The Weekend Genealogist
9/27/2009

Even if you can squeeze in your family history search only on weekends, you can still make progress toward your past—if you know how to make the most of your time. Here is one of five helpful tips to ensure complete and fruitful research.

Leave no recorded "stone" unturned.
Most researchers don't fully utilize the records they acquire. Many types of records provide clues that are often overlooked. Take what I call the "Doberman" approach to your genealogy research: Latch on to a fact and don't let go until you've gotten everything out of it. Squeezing every single scrap of information from a record as a clue to other research will pay big dividends. "Ask" every document you examine these questions before you let go:

  • Why was the document created in the first place?
  • Are you looking at the original or a copy?
  • To whom does the document pertain?
  • How close to the original event was the document created?
  • Who are the witnesses, informants or other persons mentioned in the document?
  • Are any relationships stated or implied?
  • Did the person executing the document sign with a signature or mark?
  • Is the information reliable, usable or simply clues to further research?
  • What's the full citation for the document?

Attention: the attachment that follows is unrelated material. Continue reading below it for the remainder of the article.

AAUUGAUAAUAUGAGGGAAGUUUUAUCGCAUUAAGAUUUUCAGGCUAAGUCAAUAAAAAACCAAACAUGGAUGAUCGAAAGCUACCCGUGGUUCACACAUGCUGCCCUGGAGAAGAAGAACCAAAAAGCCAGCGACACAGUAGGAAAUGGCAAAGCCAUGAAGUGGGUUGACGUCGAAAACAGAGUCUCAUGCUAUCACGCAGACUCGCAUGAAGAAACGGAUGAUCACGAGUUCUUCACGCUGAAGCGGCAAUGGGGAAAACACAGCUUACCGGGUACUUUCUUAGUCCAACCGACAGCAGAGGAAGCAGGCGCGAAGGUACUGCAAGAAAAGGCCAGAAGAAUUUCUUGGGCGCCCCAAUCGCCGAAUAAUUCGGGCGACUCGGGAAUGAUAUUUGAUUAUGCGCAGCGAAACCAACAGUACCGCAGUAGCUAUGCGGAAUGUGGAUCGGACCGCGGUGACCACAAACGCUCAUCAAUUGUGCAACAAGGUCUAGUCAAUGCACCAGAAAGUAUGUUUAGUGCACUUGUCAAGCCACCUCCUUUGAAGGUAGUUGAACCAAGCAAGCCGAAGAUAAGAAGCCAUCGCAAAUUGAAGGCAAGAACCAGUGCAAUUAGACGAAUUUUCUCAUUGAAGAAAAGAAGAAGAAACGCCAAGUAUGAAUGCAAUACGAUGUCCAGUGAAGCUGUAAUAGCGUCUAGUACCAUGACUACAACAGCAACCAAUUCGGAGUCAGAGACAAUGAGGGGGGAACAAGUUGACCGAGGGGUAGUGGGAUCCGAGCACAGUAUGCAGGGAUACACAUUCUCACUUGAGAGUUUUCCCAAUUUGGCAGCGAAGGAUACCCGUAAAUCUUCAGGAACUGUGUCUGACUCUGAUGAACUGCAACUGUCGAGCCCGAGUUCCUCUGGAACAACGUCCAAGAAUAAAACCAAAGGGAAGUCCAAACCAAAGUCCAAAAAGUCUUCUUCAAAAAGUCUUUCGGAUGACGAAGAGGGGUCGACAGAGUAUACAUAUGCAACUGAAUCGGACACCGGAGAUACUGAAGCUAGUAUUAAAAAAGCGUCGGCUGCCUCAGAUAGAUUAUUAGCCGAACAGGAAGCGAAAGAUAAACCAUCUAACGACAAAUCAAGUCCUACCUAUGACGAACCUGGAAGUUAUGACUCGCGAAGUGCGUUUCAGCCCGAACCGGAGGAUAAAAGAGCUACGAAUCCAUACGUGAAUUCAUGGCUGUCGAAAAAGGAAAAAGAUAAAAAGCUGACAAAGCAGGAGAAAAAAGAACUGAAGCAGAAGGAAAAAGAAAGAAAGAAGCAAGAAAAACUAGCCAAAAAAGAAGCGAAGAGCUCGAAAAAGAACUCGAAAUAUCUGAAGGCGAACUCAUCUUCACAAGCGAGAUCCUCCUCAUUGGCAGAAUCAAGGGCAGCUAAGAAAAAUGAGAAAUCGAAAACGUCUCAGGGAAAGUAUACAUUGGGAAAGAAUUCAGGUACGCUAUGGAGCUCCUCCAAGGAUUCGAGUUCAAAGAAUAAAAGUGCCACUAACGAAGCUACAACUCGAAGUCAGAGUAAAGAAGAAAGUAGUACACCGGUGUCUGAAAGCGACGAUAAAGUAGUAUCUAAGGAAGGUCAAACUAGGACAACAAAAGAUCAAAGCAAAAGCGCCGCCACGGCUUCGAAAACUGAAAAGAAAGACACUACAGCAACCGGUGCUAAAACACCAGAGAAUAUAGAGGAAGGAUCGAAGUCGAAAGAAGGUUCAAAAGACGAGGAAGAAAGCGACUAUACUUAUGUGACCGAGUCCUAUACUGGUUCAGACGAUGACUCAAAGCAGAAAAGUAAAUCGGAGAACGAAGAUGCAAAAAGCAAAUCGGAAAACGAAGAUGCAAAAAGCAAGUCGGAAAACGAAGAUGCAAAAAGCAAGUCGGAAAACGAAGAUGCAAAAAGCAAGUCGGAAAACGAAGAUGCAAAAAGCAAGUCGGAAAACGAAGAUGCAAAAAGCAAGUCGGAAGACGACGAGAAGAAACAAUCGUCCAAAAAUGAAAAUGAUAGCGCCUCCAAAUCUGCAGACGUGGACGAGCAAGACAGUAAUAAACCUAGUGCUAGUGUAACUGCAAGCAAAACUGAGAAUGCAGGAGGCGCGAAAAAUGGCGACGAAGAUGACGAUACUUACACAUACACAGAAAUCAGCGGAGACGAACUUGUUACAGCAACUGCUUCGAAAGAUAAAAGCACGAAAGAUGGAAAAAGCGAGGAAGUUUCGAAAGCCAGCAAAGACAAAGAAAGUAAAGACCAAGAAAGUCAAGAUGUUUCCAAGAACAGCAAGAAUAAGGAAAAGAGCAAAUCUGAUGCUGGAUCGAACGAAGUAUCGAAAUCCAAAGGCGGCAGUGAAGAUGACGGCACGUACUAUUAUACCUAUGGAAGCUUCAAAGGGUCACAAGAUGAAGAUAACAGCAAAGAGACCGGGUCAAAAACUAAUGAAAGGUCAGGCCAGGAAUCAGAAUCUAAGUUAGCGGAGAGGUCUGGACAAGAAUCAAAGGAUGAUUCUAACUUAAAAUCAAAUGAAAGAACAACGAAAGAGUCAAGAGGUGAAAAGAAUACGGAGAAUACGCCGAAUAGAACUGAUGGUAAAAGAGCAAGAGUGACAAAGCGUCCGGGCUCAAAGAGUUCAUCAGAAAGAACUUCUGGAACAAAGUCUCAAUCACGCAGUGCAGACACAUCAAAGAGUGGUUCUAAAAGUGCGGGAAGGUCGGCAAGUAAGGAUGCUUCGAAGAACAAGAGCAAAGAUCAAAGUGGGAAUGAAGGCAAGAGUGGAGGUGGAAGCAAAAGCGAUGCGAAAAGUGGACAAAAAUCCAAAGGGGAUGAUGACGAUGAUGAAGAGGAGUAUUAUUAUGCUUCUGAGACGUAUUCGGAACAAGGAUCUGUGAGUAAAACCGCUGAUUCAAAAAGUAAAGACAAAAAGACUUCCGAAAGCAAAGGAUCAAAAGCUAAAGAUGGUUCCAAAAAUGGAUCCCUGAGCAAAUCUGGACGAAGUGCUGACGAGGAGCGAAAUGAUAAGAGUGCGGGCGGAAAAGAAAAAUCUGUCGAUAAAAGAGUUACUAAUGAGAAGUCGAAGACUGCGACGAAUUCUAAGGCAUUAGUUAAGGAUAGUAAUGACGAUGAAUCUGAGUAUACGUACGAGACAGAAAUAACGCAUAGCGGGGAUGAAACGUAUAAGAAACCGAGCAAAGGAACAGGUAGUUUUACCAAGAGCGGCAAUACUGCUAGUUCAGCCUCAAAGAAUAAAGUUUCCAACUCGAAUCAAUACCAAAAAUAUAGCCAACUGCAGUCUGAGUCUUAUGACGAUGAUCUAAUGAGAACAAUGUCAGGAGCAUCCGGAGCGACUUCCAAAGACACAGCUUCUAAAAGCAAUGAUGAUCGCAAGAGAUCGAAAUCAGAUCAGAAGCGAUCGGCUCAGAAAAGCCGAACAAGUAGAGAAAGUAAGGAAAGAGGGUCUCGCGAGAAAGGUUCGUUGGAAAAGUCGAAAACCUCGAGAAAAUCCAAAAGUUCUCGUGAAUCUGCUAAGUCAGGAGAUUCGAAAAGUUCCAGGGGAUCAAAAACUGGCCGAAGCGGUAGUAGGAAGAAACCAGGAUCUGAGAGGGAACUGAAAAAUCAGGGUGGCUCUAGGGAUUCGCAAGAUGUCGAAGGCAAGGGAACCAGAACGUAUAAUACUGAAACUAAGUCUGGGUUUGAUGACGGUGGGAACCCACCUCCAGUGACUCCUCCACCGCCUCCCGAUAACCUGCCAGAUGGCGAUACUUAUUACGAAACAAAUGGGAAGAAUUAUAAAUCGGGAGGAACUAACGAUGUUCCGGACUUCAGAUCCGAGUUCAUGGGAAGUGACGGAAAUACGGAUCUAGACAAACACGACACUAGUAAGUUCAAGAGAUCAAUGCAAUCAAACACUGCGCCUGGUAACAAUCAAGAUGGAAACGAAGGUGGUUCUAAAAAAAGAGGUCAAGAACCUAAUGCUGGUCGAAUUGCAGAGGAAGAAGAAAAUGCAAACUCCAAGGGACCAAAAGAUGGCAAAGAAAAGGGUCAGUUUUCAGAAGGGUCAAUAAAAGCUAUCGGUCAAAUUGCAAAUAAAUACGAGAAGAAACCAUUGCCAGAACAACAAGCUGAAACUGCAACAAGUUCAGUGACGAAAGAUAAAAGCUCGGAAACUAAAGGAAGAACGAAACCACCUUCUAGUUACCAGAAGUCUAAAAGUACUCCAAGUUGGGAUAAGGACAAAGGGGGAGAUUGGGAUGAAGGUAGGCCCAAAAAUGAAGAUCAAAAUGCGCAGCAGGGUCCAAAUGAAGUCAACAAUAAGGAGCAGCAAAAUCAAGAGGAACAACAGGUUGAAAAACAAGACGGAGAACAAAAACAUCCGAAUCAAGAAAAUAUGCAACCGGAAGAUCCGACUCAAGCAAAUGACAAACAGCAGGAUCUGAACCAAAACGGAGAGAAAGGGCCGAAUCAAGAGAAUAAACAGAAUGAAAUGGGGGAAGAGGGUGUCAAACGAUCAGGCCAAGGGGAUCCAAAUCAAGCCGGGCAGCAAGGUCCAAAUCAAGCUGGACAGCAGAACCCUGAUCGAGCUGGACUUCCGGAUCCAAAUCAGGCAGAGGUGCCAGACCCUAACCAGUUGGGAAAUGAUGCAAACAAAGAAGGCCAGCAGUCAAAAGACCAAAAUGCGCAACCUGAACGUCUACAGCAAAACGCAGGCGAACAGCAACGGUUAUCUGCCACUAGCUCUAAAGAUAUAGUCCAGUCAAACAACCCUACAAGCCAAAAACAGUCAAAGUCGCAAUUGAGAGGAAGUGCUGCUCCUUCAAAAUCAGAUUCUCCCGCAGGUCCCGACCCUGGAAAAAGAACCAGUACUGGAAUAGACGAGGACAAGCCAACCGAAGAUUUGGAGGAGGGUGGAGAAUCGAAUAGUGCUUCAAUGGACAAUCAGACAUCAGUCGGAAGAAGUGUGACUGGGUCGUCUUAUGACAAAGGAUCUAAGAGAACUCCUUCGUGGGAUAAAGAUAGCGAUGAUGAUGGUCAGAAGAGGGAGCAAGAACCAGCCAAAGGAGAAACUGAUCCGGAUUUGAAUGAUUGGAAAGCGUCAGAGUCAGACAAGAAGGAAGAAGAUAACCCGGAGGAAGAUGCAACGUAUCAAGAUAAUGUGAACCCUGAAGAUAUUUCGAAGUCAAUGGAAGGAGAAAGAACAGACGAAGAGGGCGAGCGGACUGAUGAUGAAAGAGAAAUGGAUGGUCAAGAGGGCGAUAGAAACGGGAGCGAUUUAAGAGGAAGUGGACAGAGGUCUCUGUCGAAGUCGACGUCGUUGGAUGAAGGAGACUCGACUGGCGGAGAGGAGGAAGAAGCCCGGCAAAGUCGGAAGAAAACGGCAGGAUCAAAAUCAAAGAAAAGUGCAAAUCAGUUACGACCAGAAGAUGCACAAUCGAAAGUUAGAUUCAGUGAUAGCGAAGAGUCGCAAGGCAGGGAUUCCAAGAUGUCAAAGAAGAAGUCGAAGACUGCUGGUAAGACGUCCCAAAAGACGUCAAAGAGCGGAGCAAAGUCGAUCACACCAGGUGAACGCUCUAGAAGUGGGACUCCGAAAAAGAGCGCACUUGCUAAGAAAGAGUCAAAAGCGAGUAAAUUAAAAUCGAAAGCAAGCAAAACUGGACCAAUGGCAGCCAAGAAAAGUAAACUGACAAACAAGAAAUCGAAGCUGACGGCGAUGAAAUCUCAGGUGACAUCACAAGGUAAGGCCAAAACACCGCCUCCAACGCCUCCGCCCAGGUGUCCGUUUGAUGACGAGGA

Here's where taking a few extra minutes upfront will save you time in the long run: Completely transcribe the document, don't just abstract it. By transcribing, you're less likely to miss an important detail. Human nature allows us to understand the basic document we're reading, whether or not we read every word. Some of those words, when we're forced to decipher them, turn out to be important facts.

Terminology has changed over the centuries, and you may not understand what a fairly common term means in an old document. For example, those of us over 30 or so are familiar with the expression, "you sound like a broken record." Teenagers today—never mind 100 years from now!—have little or no knowledge of record albums or understanding of that phrase. Having a good genealogical, general or law dictionary—or several of them—to refer to while you transcribe documents will also be a valuable time-saving tool.

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